Here is the link to info on the book where we found our coop design:
There were many coop designs in this book. We also kept in mind the climate these coops were made for as the coop owners were from all over the country. What works in Florida, will not work in Pennsylvania, obviously. Other sources for coop designs are online and looks like many plans are available for sale. Look at LOTS of coop designs and see what you like and don't like about them and start narrowing down from there. Some people turn old sheds or dog houses into coops and other people erect a brand new structure like we did.
After much consideration, we decided we liked the covered run idea of this coop and Kenny started to roll with it. He enjoys building things and is very mechanical. I do not recommend this project to anyone who doesn't have patiences for long hours of manual labor!!! You can buy very nice pre- made coops, if you are willing to spend a little more than we did. Look at the Amish stores that sell sheds, Tractor Supply Co., local farm and feed stores, etc.
The Cut List
This book appeared that it had it all together. Upon closer inspection, Kenny quickly realized that it had failed miserably in the Cut List department. Sure it listed materials. There was no handy list telling you exactly what you need at Lowe's and he soon found that some of the measurements listed couldn't be trusted. When you are buying supplies on your Lowe's card and hoped to purchase all at once to qualify for the 12 months no interest, it was a fail because we had to make multiple trips after the first trip. All in all, we figure the complete cost of our project was about $1000 and I can't even estimate the man hours involved. It was very labor intensive!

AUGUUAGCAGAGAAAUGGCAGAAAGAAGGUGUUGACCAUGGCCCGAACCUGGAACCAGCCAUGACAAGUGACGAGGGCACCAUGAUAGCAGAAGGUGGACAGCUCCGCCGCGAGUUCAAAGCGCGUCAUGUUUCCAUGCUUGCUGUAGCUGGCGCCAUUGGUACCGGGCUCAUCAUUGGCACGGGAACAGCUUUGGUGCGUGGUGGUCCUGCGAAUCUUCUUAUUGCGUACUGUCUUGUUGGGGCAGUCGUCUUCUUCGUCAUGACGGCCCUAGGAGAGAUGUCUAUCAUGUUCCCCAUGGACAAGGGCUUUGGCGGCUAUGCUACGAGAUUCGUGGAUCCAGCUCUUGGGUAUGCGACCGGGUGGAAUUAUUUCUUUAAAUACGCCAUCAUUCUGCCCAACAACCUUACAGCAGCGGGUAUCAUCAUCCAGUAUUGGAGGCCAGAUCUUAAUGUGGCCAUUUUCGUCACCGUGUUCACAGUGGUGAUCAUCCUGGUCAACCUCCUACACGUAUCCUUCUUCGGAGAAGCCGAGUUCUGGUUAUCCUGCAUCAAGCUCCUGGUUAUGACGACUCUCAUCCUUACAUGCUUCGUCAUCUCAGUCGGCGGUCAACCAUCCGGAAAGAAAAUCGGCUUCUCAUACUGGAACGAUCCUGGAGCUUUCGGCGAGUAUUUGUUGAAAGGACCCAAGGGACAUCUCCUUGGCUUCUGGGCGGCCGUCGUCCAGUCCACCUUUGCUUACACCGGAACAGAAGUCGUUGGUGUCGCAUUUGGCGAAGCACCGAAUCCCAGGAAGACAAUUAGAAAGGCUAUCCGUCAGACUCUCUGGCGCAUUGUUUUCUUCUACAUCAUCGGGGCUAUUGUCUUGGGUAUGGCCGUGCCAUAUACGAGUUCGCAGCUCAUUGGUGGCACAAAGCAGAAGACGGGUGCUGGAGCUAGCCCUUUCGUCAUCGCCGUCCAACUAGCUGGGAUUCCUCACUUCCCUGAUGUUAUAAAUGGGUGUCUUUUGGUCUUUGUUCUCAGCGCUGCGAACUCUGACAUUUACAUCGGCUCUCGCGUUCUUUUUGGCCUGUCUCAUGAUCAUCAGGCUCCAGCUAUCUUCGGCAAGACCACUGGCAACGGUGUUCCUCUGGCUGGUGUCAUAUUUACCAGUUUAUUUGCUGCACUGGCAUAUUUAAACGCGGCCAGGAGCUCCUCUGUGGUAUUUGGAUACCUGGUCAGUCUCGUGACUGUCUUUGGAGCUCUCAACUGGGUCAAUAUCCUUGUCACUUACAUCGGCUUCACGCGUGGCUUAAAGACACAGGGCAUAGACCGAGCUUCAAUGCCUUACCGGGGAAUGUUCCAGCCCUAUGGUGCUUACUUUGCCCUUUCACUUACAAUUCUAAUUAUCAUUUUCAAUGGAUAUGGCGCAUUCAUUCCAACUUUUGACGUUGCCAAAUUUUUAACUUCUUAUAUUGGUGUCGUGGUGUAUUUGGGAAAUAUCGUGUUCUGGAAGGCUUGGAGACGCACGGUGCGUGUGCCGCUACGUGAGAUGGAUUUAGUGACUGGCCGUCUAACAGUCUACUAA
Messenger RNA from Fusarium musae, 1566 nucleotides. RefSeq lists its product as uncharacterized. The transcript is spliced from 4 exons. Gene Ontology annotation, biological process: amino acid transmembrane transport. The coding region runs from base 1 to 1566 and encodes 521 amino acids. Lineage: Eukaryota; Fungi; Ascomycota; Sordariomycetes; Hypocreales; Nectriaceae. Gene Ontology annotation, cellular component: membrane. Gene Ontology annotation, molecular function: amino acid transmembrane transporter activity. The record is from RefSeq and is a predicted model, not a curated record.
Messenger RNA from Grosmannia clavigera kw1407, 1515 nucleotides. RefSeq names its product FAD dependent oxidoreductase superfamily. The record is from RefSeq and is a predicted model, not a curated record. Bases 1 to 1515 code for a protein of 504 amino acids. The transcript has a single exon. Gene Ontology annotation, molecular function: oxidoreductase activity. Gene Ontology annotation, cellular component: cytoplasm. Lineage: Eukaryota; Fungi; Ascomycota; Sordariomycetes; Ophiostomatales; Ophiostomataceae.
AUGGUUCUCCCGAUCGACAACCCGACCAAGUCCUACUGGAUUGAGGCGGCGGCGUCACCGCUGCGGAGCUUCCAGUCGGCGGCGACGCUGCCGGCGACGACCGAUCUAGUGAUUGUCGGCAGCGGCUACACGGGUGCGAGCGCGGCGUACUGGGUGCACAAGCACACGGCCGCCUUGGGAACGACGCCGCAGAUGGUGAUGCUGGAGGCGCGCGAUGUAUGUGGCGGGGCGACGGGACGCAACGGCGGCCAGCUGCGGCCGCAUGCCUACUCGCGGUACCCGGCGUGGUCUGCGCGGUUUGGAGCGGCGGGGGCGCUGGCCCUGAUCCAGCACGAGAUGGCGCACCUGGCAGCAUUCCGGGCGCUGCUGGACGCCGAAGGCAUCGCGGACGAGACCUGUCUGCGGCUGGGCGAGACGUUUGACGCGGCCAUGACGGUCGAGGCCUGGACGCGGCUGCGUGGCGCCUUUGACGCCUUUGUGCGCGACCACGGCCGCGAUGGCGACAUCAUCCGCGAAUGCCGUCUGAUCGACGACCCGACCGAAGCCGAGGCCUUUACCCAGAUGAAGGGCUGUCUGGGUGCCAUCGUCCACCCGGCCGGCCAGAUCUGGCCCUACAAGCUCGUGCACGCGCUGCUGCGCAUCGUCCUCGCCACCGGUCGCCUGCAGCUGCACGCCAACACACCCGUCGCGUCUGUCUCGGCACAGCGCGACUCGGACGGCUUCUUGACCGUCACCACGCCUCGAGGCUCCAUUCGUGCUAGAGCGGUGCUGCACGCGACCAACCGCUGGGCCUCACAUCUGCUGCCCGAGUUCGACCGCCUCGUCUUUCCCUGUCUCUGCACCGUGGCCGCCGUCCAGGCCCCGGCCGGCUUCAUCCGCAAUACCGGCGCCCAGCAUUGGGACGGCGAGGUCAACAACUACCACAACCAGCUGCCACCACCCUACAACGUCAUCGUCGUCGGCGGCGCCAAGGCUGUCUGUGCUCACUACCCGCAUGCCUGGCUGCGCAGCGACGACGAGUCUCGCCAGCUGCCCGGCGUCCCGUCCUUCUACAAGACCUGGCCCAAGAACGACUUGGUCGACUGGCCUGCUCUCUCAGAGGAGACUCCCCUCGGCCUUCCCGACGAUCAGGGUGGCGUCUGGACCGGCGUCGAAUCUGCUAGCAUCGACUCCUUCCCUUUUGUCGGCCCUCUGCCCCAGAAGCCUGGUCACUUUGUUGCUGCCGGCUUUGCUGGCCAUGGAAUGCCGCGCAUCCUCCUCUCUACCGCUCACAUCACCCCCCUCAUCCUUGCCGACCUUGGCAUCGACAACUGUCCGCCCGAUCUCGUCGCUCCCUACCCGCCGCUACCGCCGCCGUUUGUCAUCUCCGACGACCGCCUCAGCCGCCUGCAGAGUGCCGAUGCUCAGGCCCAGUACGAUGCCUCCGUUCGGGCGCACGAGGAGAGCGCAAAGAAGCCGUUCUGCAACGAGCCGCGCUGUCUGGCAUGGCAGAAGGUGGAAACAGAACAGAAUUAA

The coop design we chose did not have a built out nest box. That was one thing we both decided was handy. So Kenny altered the design to incorporate the bumped out nest box with access lid. He also made some minor changes to the 2 roost bars from the original design. Another major thing....knowing our winters get cold, he decided to insulate our coop. Each wall is lined with foam insulation and sandwiched between sheets of T-111, which is weather resistant. Hoping this helps the birds stay warmer in the winter. All the breeds we selected are hardy cold weather varieties and suitable to our climate.
How Many Birds?
The most important issue with figuring out what coop you want is to decide how many birds you want to house. You need afew s.f. per bird and I don't remember off hand the specific number....but it can easily be found on the internet. You also need 1 nest box per so many birds. We have 2 nest boxes which will easily accomodate our 5 hens (we planned on 6 hens, but Lila snuck in there!). We figure we could house 8 birds comfortably so if we want to add to the flock, we have room for 2 more.
Please feel free to leave a question or comment below! It will A) let me know someone is actually reading this and B) this was a very quick summary. Kenny handled the dirty work, so if there is something technical about the project you'd like to know, I will find out the answers from him for you!
Enough with the talk....let's see some pictures!